According to an in-depth survey published recently, Israeli youth believe deeply and optimistically in the future of this country.
Some 85 percent of Israeli kids in grades 11 and 12 love the country. Eighty-nine percent plan to stay here, no matter what.
Eighty-five percent think that the IDF is the most moral army in the world. Sixty-five percent say it would be worthy to die for country, if necessary. Sixty-three percent feel that social solidarity, volunteerism and family values are what most make Israel great.
The deep patriotism expressed in this poll is not to be taken for granted. It is even more impressive given the fact that 82% of the high-schoolers think the chances for peace with the Palestinians are minimal to nil. And yet, there is no despair.
Our youth know that Israel is more than the sum total of conflict with the Palestinians (or with Iran), and apparently believe that Israel will manage and even prosper.
I believe that this buoyancy stems, at least in part, from religious faith and identity. My sense is that just about everybody in this country feels part of a grand meta-historic journey; a journey based on a shared narrative and a moral heritage that has sustained the Jewish people for thousands of years and returned it to the Land of Israel.
Of course, not everybody in the country is “religious” in terms of the traditional practice of Judaism. Far from it. But the majority of Israelis feel that there is some Guiding Hand behind the modern renaissance of Jewish life and peoplehood.
Isn’t that why we all participate in the Passover Seder; because it encapsulates our faith in Jewish history and destiny? Isn’t that what the State of Israel’s founders meant when they wrote in the Declaration of Independence, “With faith in the Rock of Israel...”? The Central Bureau of Statistics revealed in 2014 that even among the 40% of Israelis who declare themselves to be “secular,” 80% percent “believe in the G-d of Israel.” Eighty percent! In my view, that means that 80% of “secular” Israelis are not truly secular. They believe in the G-d of Abraham, Isaac and Jacob; they believe in a Divine presence in Jewish history.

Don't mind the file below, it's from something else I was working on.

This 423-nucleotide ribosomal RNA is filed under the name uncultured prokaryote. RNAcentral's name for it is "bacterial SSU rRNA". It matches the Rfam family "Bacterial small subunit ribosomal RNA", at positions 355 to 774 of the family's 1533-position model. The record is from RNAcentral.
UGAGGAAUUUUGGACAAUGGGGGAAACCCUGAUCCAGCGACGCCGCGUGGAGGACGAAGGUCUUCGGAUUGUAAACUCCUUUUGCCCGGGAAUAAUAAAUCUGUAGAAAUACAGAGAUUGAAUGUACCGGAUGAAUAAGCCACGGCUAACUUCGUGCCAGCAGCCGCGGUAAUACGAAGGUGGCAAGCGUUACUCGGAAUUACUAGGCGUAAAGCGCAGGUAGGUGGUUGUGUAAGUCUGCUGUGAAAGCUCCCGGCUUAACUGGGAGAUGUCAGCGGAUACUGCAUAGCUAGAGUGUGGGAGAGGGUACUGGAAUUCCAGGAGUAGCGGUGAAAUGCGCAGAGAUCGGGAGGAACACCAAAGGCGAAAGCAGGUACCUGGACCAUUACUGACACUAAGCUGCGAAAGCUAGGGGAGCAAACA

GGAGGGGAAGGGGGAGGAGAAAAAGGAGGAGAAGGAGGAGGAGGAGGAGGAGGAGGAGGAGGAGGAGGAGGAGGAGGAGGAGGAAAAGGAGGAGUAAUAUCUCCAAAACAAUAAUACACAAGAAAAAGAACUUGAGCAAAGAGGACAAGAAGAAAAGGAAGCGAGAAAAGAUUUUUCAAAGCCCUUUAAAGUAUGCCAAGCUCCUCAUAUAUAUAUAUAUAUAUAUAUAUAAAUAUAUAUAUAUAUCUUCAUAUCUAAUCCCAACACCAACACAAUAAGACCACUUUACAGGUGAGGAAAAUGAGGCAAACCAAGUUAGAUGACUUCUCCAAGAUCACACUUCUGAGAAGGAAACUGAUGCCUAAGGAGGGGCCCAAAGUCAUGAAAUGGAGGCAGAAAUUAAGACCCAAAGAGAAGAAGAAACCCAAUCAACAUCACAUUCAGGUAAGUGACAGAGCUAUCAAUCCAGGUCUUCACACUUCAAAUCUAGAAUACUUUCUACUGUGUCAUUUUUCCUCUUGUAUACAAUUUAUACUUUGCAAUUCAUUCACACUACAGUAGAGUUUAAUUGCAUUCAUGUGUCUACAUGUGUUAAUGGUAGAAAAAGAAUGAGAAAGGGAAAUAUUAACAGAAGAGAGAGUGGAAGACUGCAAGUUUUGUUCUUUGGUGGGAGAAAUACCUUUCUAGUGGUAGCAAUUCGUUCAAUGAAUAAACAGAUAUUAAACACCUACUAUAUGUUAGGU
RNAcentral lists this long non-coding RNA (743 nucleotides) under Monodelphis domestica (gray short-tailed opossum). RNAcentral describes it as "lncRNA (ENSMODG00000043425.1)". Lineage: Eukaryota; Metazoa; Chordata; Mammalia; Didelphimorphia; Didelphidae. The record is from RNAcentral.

Israeli society is indeed undergirded by a “civil religion” – a latent faith that buttresses public and political life. It is what Rabbi Dr. Jonathan Sacks (the most prolific Jewish philosopher of our day) calls a public theology; a sense of national purpose and identity that is shared by almost all Israelis.
This is not empty convention. Regardless of how or whether they adhere to religious ritual, Israelis understand themselves as holding a moral bond, and as being chosen – yes, chosen! – for a task. They feel a responsibility for advancing Jewish civilization, which the Bible roots in building an exceptional polity in Zion. And thus, Israelis will fight unflaggingly for their freedom.
Moreover, the Jewish people aspires to be an instrument for broadcasting essential values to the world. Among other things, this explains why Israelis are among the first to fly across the world to provide assistance in times of natural disaster; why they are so proud of their global medical and scientific contributions; and why scholarly academic collaborations are essential to their soul.
POSSESSING A SENSE of purpose always has been central to community and nation building, in any society. It provides direction and ensures resilience.